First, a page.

First out of the Christmas stocking was a copy of Sir Kingsley Amis’s Everyday Drinking. This was published in 2008 by his literary estate but comprises newspaper articles from another age perhaps about 1972 to 1985 and one can check this readily enough since he refers to the £1 bottle of wine or some such fantasy. Interestingly, he also refers to champagne priced at £6.50 which is not a lot less than current special offers at various supermarkets. Prices move in a mysterious way.
I can’t here summarise this book. Save that I would say it has a lot of detail of a lot of drinks that would have knocked even me over within the first hour of a session – Sir Kingsley clearly took his subject seriously. The book is called Everyday Drinking and, as a result, the reader might suppose that he is considering ordinary booze at a modest price. Far from it: the title is derived from the fact that Sir Kingsley must have been flat out boozing every day to make sure he covered the ground. This is quite a different idea. Although I should add that he died relatively young since he obviously drank too much.
However – and I pass this on to readers since it is a vitally important snippet – he does stress that the Dry Martini when well done cannot be over-praised. The definition of “well done” for these purposes is partly a matter of taste and I have known purists who have brought into the mixing area a bottle of vermouth without actually taking the cork out. Certainly, I am reminded that if you are ever lost in a jungle you need only set out a table upon which you are overtly mixing a Dry Martini and, for sure, a voice will emerge offstage declaiming that That Is Not How To Make A Dry Martini – whereupon one traipses back to civilisation.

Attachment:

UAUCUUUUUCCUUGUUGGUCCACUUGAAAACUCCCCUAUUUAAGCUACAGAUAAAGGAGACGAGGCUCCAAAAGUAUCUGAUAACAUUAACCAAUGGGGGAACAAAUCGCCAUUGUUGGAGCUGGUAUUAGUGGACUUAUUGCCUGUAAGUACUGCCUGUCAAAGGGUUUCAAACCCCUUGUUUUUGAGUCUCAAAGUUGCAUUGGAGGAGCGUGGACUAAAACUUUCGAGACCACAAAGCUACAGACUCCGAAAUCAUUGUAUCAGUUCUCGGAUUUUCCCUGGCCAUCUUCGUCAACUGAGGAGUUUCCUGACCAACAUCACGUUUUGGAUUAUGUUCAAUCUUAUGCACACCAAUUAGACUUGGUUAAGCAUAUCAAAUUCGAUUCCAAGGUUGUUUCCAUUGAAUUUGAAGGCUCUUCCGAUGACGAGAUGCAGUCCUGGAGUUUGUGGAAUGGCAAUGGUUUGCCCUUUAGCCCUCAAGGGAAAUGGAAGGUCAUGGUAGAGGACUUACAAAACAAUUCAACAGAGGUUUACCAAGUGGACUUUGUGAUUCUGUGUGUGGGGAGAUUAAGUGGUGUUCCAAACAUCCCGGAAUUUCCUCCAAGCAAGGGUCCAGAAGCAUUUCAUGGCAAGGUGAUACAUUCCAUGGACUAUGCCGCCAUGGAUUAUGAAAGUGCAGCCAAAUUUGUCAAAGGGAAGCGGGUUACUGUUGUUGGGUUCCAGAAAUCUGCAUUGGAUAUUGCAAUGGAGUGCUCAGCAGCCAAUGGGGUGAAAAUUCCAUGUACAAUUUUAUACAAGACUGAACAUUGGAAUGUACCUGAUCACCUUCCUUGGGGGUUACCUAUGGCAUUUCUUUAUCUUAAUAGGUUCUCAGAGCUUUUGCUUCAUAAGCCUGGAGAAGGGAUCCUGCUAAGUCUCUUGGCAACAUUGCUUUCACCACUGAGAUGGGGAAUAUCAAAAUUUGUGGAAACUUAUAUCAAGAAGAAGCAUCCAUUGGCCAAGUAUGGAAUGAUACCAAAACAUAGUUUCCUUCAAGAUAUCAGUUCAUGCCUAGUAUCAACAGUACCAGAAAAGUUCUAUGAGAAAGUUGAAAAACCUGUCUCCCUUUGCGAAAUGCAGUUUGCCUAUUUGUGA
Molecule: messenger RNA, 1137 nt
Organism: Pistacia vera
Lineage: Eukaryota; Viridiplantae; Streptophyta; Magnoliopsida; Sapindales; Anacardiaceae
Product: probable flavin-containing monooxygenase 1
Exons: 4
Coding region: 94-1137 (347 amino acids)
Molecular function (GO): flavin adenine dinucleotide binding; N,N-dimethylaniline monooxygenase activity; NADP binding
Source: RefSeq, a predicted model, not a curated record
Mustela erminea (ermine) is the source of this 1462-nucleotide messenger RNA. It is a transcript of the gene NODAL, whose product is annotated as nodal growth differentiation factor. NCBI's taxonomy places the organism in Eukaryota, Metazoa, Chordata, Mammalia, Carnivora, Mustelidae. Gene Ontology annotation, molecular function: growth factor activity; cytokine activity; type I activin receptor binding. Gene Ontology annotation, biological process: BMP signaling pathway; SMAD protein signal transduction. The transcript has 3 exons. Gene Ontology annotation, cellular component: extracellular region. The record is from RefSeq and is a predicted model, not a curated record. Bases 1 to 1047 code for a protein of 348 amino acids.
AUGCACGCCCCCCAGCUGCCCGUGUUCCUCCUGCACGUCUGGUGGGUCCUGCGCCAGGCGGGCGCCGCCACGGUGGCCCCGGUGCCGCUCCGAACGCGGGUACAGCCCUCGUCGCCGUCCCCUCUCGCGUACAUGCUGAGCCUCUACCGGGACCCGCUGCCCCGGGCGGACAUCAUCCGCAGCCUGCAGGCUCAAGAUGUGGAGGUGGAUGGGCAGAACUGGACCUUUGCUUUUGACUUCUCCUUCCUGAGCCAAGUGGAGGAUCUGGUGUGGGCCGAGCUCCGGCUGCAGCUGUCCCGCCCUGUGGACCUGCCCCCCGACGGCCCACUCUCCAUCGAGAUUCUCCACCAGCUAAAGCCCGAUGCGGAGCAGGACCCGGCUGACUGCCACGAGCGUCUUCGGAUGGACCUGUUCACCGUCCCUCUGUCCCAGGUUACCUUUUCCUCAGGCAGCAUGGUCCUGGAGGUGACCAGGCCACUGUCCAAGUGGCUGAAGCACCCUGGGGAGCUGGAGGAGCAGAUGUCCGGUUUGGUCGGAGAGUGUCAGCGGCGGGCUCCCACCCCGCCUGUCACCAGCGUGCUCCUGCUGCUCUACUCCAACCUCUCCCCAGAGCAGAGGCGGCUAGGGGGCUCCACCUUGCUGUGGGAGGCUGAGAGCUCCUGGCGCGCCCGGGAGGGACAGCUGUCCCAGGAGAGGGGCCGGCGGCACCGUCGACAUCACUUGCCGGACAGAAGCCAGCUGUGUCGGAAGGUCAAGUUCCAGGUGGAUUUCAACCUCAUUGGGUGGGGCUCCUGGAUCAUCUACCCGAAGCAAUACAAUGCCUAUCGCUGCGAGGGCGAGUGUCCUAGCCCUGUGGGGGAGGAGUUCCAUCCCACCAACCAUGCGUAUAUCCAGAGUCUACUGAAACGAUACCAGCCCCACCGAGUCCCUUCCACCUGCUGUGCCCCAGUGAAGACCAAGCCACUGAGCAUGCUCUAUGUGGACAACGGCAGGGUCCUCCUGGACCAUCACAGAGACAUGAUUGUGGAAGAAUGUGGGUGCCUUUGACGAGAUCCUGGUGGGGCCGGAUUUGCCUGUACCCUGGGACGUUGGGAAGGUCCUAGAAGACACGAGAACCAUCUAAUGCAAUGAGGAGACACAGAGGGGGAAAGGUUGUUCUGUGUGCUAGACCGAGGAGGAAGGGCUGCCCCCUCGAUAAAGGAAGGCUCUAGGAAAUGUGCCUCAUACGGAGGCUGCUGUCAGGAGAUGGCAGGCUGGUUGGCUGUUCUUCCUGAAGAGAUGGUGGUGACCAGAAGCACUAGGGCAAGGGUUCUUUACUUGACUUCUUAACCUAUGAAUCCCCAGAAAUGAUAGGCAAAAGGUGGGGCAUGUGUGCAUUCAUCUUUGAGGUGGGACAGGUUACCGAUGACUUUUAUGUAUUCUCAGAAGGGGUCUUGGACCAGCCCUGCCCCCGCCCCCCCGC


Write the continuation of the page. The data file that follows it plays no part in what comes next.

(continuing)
Whatever. Sir Kingsley mentions that that supremely successful capitalist and stock operator John D Rockefeller rated a Dry Martini his favourite drink and lived until he was 98. So one should not hold back on health grounds.
Finally, I had thought that one could get a copy of Everyday Drinking for virtually nix on Amazon. But, au contraire, you’ll have to cough up a bit more. Still well worth it.
On a less serious note, Nkotozo Qwabe is digging his own grave by remarking that students at Oxford “endure systematic racism, patriarchy and other oppressions”. He is of course the fellow who proposes that the statue of Cecil Rhodes in Oriel should be taken down.
In his defence, there is something in the mere presence of a name that can cause offence – as I now illustrate: I myself tend to reckon that people get unduly fussy and, along these lines, proposed a few years ago to call one of my racehorses Hitler. I was strongly advised that this would cause great offence. So I take it that offence is possible. That being so, it is all a matter of judgement. It is here that Nkotozo demonstrates that he has none. And that is the point.